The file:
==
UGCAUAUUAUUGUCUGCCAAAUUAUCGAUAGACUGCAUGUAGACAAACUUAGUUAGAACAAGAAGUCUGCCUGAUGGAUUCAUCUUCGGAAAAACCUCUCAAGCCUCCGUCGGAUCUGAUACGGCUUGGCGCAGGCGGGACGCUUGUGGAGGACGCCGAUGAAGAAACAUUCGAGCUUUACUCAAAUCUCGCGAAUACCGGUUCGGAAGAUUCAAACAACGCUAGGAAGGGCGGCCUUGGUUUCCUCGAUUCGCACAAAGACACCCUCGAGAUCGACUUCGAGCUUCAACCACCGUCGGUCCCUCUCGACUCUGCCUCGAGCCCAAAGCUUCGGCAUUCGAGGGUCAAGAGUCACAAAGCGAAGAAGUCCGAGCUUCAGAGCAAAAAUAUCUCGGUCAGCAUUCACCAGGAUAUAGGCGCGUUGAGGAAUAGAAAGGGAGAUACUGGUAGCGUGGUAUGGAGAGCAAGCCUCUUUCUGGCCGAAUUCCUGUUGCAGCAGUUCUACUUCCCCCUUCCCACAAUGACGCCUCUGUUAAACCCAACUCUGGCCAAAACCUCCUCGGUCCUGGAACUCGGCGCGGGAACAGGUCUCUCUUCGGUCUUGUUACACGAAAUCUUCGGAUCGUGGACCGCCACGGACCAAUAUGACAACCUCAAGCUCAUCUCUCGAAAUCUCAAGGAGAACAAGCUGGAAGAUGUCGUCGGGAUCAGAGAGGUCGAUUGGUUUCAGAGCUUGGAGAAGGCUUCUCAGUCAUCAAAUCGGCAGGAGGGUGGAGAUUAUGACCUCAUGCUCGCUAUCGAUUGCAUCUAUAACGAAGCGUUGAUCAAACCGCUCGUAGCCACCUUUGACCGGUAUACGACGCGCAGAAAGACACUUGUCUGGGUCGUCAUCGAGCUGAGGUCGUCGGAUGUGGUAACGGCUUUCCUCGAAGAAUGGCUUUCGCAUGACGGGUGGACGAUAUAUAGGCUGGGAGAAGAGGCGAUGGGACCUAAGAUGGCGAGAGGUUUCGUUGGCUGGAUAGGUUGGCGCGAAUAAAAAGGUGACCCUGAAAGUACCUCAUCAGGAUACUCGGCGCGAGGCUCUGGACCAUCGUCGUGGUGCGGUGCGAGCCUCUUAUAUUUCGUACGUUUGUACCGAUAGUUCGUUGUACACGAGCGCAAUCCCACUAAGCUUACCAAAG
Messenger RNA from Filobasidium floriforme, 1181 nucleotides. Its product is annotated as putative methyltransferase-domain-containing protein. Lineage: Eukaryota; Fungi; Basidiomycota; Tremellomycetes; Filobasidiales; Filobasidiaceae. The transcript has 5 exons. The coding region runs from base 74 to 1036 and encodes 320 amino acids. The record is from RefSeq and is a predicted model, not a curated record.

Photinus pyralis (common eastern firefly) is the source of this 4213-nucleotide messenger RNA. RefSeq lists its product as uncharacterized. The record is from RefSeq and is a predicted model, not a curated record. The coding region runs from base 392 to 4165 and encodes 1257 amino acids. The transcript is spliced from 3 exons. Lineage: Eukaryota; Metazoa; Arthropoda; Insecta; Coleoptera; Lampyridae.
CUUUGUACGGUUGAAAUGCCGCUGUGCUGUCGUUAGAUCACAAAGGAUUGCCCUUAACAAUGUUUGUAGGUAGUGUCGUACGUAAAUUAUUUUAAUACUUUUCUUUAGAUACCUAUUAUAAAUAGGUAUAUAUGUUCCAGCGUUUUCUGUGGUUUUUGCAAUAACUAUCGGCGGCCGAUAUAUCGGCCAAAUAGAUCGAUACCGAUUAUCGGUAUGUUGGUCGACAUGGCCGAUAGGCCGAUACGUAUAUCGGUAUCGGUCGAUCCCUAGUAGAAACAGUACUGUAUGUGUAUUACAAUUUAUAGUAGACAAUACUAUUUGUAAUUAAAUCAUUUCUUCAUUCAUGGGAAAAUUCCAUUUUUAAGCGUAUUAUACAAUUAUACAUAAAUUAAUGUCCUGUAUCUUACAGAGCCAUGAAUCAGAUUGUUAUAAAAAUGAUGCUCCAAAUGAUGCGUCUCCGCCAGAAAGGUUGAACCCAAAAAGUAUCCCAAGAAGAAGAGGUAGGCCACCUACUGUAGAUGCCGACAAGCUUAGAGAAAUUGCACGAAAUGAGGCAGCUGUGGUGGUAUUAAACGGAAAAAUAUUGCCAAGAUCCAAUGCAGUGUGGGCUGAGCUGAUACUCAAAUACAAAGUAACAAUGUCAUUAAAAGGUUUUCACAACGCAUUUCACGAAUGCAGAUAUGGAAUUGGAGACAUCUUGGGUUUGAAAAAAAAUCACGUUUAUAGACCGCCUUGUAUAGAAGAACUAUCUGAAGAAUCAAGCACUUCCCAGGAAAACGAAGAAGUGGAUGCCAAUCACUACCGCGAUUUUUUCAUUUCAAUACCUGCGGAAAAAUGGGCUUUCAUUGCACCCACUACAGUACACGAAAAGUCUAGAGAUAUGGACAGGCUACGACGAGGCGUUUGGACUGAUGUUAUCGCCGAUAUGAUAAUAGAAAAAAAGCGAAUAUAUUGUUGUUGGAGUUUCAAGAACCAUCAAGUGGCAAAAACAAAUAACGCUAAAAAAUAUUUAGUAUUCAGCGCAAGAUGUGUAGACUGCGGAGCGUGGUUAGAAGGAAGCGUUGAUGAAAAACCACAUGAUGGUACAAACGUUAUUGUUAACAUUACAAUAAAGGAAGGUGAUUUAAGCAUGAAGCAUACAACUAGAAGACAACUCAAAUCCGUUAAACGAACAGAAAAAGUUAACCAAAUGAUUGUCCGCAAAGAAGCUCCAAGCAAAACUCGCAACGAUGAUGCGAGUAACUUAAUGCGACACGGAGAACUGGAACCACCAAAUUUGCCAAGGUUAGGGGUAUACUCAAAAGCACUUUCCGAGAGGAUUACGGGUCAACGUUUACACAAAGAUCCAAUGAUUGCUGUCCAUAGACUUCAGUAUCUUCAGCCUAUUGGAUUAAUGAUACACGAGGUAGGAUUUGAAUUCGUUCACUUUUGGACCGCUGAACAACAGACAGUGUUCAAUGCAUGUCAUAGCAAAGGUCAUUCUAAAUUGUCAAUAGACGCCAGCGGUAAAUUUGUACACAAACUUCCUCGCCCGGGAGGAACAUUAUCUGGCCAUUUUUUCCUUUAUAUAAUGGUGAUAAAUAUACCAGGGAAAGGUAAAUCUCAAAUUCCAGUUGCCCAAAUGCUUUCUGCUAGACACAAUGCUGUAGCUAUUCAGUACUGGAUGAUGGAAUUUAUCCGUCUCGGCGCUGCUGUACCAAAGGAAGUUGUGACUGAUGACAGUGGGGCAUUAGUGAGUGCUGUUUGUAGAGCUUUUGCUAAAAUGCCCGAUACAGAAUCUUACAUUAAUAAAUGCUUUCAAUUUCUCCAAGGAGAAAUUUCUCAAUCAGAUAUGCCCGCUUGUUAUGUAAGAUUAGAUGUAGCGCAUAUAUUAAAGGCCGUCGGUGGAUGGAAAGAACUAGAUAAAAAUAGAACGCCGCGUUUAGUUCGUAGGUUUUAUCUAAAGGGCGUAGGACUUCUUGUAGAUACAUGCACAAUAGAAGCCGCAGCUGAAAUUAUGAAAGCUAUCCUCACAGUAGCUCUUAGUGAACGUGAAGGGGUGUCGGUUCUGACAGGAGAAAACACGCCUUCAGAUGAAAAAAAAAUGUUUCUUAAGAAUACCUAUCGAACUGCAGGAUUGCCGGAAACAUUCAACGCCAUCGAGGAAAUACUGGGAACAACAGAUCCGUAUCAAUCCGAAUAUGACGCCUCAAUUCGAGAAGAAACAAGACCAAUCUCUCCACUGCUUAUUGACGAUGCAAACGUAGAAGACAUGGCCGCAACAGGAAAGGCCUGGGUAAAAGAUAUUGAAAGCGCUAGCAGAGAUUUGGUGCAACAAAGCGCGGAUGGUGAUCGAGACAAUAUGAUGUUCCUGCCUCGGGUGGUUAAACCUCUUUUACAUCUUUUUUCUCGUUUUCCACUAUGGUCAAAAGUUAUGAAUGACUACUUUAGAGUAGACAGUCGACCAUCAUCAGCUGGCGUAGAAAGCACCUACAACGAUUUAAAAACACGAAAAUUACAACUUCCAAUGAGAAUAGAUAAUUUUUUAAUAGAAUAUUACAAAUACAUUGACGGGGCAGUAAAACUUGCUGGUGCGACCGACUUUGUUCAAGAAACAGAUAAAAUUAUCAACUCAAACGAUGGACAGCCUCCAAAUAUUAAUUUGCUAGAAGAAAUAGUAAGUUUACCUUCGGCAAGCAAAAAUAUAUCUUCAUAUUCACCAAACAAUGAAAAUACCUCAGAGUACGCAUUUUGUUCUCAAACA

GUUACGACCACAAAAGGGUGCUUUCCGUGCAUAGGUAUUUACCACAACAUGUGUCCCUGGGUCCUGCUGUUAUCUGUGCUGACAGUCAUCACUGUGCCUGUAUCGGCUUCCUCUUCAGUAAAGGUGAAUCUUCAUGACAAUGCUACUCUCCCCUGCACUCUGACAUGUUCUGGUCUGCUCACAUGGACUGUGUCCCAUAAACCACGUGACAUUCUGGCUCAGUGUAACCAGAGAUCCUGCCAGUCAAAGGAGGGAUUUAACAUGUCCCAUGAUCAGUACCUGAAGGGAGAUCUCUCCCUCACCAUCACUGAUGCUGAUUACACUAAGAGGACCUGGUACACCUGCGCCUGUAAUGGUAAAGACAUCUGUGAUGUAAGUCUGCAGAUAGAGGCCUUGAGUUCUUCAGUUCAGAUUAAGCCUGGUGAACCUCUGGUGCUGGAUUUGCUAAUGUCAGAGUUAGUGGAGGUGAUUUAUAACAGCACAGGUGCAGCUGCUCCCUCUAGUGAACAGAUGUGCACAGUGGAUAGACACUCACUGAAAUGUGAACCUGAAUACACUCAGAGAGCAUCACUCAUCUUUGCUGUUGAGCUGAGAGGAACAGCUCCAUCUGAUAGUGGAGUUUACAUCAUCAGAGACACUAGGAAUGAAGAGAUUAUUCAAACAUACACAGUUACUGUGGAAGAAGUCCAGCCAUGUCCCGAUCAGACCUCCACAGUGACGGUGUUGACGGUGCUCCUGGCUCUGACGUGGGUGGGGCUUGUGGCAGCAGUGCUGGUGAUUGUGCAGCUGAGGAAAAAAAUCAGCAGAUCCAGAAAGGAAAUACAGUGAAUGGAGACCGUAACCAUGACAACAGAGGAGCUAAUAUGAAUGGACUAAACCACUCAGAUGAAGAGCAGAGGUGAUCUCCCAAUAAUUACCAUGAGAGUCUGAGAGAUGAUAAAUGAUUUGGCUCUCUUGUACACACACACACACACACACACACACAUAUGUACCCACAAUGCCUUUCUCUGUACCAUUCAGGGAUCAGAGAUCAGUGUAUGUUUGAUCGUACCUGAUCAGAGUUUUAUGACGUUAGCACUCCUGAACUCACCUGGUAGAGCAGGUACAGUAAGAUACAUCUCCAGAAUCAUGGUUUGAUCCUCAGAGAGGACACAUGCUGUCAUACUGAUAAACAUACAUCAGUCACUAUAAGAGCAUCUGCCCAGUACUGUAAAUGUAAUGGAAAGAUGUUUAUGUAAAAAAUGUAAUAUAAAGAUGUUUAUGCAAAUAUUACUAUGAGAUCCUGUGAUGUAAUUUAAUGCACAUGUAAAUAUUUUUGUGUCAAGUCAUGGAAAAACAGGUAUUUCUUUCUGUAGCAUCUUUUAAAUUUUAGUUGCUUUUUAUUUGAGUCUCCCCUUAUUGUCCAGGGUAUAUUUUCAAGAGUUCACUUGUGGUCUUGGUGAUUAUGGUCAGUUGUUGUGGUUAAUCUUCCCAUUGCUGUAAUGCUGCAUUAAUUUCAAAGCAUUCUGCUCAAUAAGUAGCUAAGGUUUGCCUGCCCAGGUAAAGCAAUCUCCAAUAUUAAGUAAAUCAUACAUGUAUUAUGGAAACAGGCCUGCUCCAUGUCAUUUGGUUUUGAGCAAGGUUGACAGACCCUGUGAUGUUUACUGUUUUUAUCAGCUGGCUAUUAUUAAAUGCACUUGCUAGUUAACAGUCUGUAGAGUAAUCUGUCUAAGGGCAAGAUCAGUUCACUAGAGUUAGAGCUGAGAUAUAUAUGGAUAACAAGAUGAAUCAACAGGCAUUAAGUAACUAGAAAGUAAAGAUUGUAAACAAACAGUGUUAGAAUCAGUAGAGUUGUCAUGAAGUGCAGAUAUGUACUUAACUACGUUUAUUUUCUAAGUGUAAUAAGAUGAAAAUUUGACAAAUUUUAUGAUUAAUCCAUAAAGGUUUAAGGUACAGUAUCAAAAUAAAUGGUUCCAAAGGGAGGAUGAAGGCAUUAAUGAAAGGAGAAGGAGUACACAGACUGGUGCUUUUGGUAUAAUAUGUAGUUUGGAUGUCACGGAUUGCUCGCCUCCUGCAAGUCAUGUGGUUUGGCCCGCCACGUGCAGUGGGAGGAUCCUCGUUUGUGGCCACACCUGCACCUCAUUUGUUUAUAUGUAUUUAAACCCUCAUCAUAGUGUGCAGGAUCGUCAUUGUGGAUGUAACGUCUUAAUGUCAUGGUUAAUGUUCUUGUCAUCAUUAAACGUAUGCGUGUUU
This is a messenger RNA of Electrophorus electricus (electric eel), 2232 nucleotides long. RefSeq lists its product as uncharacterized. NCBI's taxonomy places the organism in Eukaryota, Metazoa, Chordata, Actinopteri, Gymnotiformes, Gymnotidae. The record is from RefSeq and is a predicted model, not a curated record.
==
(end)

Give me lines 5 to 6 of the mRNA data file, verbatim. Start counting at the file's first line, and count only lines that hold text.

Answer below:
GUUACGACCACAAAAGGGUGCUUUCCGUGCAUAGGUAUUUACCACAACAUGUGUCCCUGGGUCCUGCUGUUAUCUGUGCUGACAGUCAUCACUGUGCCUGUAUCGGCUUCCUCUUCAGUAAAGGUGAAUCUUCAUGACAAUGCUACUCUCCCCUGCACUCUGACAUGUUCUGGUCUGCUCACAUGGACUGUGUCCCAUAAACCACGUGACAUUCUGGCUCAGUGUAACCAGAGAUCCUGCCAGUCAAAGGAGGGAUUUAACAUGUCCCAUGAUCAGUACCUGAAGGGAGAUCUCUCCCUCACCAUCACUGAUGCUGAUUACACUAAGAGGACCUGGUACACCUGCGCCUGUAAUGGUAAAGACAUCUGUGAUGUAAGUCUGCAGAUAGAGGCCUUGAGUUCUUCAGUUCAGAUUAAGCCUGGUGAACCUCUGGUGCUGGAUUUGCUAAUGUCAGAGUUAGUGGAGGUGAUUUAUAACAGCACAGGUGCAGCUGCUCCCUCUAGUGAACAGAUGUGCACAGUGGAUAGACACUCACUGAAAUGUGAACCUGAAUACACUCAGAGAGCAUCACUCAUCUUUGCUGUUGAGCUGAGAGGAACAGCUCCAUCUGAUAGUGGAGUUUACAUCAUCAGAGACACUAGGAAUGAAGAGAUUAUUCAAACAUACACAGUUACUGUGGAAGAAGUCCAGCCAUGUCCCGAUCAGACCUCCACAGUGACGGUGUUGACGGUGCUCCUGGCUCUGACGUGGGUGGGGCUUGUGGCAGCAGUGCUGGUGAUUGUGCAGCUGAGGAAAAAAAUCAGCAGAUCCAGAAAGGAAAUACAGUGAAUGGAGACCGUAACCAUGACAACAGAGGAGCUAAUAUGAAUGGACUAAACCACUCAGAUGAAGAGCAGAGGUGAUCUCCCAAUAAUUACCAUGAGAGUCUGAGAGAUGAUAAAUGAUUUGGCUCUCUUGUACACACACACACACACACACACACACAUAUGUACCCACAAUGCCUUUCUCUGUACCAUUCAGGGAUCAGAGAUCAGUGUAUGUUUGAUCGUACCUGAUCAGAGUUUUAUGACGUUAGCACUCCUGAACUCACCUGGUAGAGCAGGUACAGUAAGAUACAUCUCCAGAAUCAUGGUUUGAUCCUCAGAGAGGACACAUGCUGUCAUACUGAUAAACAUACAUCAGUCACUAUAAGAGCAUCUGCCCAGUACUGUAAAUGUAAUGGAAAGAUGUUUAUGUAAAAAAUGUAAUAUAAAGAUGUUUAUGCAAAUAUUACUAUGAGAUCCUGUGAUGUAAUUUAAUGCACAUGUAAAUAUUUUUGUGUCAAGUCAUGGAAAAACAGGUAUUUCUUUCUGUAGCAUCUUUUAAAUUUUAGUUGCUUUUUAUUUGAGUCUCCCCUUAUUGUCCAGGGUAUAUUUUCAAGAGUUCACUUGUGGUCUUGGUGAUUAUGGUCAGUUGUUGUGGUUAAUCUUCCCAUUGCUGUAAUGCUGCAUUAAUUUCAAAGCAUUCUGCUCAAUAAGUAGCUAAGGUUUGCCUGCCCAGGUAAAGCAAUCUCCAAUAUUAAGUAAAUCAUACAUGUAUUAUGGAAACAGGCCUGCUCCAUGUCAUUUGGUUUUGAGCAAGGUUGACAGACCCUGUGAUGUUUACUGUUUUUAUCAGCUGGCUAUUAUUAAAUGCACUUGCUAGUUAACAGUCUGUAGAGUAAUCUGUCUAAGGGCAAGAUCAGUUCACUAGAGUUAGAGCUGAGAUAUAUAUGGAUAACAAGAUGAAUCAACAGGCAUUAAGUAACUAGAAAGUAAAGAUUGUAAACAAACAGUGUUAGAAUCAGUAGAGUUGUCAUGAAGUGCAGAUAUGUACUUAACUACGUUUAUUUUCUAAGUGUAAUAAGAUGAAAAUUUGACAAAUUUUAUGAUUAAUCCAUAAAGGUUUAAGGUACAGUAUCAAAAUAAAUGGUUCCAAAGGGAGGAUGAAGGCAUUAAUGAAAGGAGAAGGAGUACACAGACUGGUGCUUUUGGUAUAAUAUGUAGUUUGGAUGUCACGGAUUGCUCGCCUCCUGCAAGUCAUGUGGUUUGGCCCGCCACGUGCAGUGGGAGGAUCCUCGUUUGUGGCCACACCUGCACCUCAUUUGUUUAUAUGUAUUUAAACCCUCAUCAUAGUGUGCAGGAUCGUCAUUGUGGAUGUAACGUCUUAAUGUCAUGGUUAAUGUUCUUGUCAUCAUUAAACGUAUGCGUGUUU
This is a messenger RNA of Electrophorus electricus (electric eel), 2232 nucleotides long. RefSeq lists its product as uncharacterized. NCBI's taxonomy places the organism in Eukaryota, Metazoa, Chordata, Actinopteri, Gymnotiformes, Gymnotidae. The record is from RefSeq and is a predicted model, not a curated record.